Republican attacks on woke culture now include broad initiatives to ban library books around the country led by Christian conservatives. While they say their efforts are meant to eliminate indecent or pornographic material from school libraries, the reality is quite different.

New York Times: "The materials the groups object to are often described in policies and legislation as sensitive, inappropriate or pornographic. In practice, the books most frequently targeted for removal have been by or about Black or L.G.B.T.Q. people, according to the American Library Association."

Some examples of the books these groups have targeted include "Toni Morrison’s “The Bluest Eye,” Margaret Atwood’s “The Handmaid’s Tale” and several young adult novels with L.G.B.T.Q. characters, like Adam Silvera’s “More Happy Than Not.” In reality, these groups what to eliminate books that treat marginalized groups with dignity and understanding.

While schools have remained a woke battleground, the GOP has widened its focus recently to include drag shows which are quite popular with younger Americans. The idea that young people are going to "drag brunches" instead of church on Sunday mornings seems to infuriate many conservatives.

The Bulwark: "Protests targeting drag queens have sprouted up all across America, surging in the latter part of last year, according to analysis from Counting Crowds. In the two months since a deadly attack on a drag show in Colorado Springs, a gay New York City council member’s apartment building was breached by protesters; a Unitarian-Universalist church in Ohio canceled an event due to protests by militia members; armed activists gathered outside a theater in San Antonio; a Massachusetts library story time featuring a drag queen dressed as a princess was interrupted by adult males shouting profanities; and in Cookeville, Tennessee, a group of masked men carrying a Nazi flag threatened attendees of a drag brunch."

This "drag panic" is a hot topic in conservative state legislatures that already have their hands full with banning abortions, expanding access to guns, and making it harder to vote. "Just a few weeks into 2023, legislators in other states have filed strikingly similar proposals to those in Tennessee and North Dakota. They've popped up in Texas, West Virginia, Nebraska and South Carolina, to name a few. Many of the bills are also broad in scope and would effectively restrict drag show performances."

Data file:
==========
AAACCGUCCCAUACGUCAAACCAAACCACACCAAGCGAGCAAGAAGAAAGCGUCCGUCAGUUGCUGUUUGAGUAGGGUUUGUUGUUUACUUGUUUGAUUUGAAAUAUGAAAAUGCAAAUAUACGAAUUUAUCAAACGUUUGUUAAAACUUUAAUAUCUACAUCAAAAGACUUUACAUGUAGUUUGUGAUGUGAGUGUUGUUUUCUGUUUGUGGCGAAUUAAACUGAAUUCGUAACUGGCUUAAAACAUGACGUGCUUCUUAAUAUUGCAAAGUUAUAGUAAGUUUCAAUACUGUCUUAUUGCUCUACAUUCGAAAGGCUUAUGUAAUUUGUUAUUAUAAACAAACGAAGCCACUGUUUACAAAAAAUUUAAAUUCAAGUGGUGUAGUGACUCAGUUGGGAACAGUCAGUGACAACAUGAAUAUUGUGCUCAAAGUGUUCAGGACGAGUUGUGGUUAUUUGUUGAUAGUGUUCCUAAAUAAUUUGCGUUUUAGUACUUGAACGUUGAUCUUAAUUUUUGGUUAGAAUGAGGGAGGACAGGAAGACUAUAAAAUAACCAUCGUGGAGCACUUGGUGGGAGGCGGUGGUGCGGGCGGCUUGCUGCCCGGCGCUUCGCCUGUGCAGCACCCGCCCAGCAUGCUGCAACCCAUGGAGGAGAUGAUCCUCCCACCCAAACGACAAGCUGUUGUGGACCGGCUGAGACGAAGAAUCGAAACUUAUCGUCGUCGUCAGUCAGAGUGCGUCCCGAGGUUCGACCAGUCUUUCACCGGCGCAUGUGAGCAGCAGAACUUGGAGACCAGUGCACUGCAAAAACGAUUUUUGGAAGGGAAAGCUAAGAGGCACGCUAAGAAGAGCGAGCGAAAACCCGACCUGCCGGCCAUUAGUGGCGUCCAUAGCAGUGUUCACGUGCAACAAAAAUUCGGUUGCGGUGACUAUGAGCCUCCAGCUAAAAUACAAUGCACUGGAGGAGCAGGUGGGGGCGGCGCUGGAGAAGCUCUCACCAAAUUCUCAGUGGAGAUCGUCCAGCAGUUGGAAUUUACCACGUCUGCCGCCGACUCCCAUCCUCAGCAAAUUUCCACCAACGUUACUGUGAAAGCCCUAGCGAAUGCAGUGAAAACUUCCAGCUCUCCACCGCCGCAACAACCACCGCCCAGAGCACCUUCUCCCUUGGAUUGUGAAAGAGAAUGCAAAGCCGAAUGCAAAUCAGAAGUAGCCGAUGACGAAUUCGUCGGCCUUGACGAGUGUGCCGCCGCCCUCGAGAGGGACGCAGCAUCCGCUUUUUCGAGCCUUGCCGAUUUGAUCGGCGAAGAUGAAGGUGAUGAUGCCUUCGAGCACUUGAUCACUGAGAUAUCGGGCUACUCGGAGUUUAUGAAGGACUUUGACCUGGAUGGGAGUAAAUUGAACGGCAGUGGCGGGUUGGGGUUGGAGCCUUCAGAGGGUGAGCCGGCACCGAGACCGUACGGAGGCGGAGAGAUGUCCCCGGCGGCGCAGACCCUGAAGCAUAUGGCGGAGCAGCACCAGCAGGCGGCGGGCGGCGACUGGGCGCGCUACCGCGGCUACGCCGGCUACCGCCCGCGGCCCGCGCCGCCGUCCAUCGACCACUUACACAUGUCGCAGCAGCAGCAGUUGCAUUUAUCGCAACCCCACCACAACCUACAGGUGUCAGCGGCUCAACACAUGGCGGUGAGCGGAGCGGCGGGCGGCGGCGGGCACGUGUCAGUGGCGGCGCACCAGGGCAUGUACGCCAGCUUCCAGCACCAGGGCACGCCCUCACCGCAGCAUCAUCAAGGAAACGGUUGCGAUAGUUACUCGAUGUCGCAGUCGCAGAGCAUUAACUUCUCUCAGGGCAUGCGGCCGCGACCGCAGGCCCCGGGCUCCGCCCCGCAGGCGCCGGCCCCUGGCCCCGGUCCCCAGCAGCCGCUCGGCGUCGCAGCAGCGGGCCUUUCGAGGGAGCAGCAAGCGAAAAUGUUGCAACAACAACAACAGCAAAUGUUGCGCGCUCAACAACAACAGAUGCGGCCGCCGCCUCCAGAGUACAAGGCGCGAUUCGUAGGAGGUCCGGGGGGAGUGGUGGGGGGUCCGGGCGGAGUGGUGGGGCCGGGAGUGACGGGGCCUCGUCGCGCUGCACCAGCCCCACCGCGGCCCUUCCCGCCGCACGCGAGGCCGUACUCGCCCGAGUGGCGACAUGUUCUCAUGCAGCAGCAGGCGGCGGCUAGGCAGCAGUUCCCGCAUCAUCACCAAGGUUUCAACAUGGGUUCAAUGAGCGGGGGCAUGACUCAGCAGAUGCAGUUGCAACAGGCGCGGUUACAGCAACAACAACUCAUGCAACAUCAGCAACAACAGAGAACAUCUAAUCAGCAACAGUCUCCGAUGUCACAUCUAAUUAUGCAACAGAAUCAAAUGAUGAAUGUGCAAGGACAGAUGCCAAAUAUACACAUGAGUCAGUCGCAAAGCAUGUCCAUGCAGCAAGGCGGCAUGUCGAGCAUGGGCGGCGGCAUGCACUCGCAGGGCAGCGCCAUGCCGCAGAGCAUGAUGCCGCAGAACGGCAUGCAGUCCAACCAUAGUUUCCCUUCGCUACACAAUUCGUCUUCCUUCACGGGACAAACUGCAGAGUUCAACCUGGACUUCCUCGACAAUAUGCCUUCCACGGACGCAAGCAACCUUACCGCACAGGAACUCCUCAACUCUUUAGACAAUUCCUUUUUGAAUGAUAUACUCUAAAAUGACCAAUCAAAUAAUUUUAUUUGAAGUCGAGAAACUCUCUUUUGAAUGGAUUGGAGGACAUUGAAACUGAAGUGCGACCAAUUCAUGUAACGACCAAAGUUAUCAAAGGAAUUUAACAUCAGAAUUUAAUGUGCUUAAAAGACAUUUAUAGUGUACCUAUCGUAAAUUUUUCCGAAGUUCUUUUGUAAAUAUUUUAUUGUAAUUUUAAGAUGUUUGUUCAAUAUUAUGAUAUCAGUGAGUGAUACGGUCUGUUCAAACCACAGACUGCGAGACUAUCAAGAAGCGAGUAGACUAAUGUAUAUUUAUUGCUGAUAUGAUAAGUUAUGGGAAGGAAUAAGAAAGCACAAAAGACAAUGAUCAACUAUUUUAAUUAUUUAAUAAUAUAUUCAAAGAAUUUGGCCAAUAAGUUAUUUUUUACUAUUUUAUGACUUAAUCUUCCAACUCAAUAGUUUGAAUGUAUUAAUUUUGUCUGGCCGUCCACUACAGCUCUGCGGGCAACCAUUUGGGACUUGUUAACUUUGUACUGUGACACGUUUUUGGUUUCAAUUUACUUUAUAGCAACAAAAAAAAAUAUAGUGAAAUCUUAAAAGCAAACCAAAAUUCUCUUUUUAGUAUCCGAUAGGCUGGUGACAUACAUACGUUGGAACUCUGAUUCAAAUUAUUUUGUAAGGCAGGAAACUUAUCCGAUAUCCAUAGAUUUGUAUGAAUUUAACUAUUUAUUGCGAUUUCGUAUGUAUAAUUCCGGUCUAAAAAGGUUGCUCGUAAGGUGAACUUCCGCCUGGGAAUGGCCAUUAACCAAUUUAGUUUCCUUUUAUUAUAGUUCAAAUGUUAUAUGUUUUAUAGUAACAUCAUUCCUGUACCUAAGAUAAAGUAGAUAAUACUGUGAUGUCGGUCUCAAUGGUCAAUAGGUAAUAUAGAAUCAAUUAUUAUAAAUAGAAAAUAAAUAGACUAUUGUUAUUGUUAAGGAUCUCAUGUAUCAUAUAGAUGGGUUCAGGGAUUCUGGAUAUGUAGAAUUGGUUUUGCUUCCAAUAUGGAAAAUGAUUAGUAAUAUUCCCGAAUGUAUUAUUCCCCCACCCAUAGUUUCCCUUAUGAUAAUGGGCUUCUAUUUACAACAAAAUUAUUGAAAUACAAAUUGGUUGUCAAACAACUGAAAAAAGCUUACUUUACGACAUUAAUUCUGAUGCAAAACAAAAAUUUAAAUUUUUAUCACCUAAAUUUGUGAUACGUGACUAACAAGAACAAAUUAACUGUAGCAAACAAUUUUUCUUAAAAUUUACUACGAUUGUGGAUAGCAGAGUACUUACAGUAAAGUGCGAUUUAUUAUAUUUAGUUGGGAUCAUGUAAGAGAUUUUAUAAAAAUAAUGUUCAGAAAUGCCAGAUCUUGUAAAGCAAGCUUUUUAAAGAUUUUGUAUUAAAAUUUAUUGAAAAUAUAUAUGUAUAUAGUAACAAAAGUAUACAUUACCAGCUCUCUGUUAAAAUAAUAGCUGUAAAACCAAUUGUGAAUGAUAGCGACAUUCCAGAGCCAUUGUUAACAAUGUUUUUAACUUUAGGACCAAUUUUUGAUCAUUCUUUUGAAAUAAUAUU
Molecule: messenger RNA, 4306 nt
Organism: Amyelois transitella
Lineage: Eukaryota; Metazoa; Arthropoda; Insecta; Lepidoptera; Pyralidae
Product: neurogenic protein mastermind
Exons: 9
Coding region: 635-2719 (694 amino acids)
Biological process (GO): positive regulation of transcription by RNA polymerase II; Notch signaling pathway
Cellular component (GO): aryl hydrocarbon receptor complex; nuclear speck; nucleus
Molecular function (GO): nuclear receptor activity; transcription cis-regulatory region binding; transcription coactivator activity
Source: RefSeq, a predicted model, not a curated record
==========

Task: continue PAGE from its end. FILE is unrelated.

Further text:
And, just when you think that the anti-woke nonsense can't get any more ludicrous, a Republican state legislator in Montana introduced a bill to ban the teaching of "scientific theories." State Sen. Daniel Emrich of Great Falls, introduced legislation that would ban the teaching of "scientific theory" in public schools. The bill says that the state board of public education "may not include in content area standards any standard requiring curriculum or instruction in a topic that is not scientific fact." Obviously, Emrich missed class the day that his science teacher explained that theories are one of the building blocks of the scientific method. Studying science without theories is akin to studying English without verbs.

Fortunately, as the Montana legislature began debate on the bill, it became apparent that most everyone in the state understands that Emrich and his supporters are looking for a new way to ban theories that conservatives dislike such as evolutionary theory, the big bang theory, and the theories that demonstrate that greenhouse gases are the cause of climate change.

No one knows how far down the rabbit hole these folks intend to take us, but it's a good bet that as the Republican primaries approach this Fall, that anti-wokeness is going to be at the center of their debate and it's going to get very, very, weird.

#culture #politics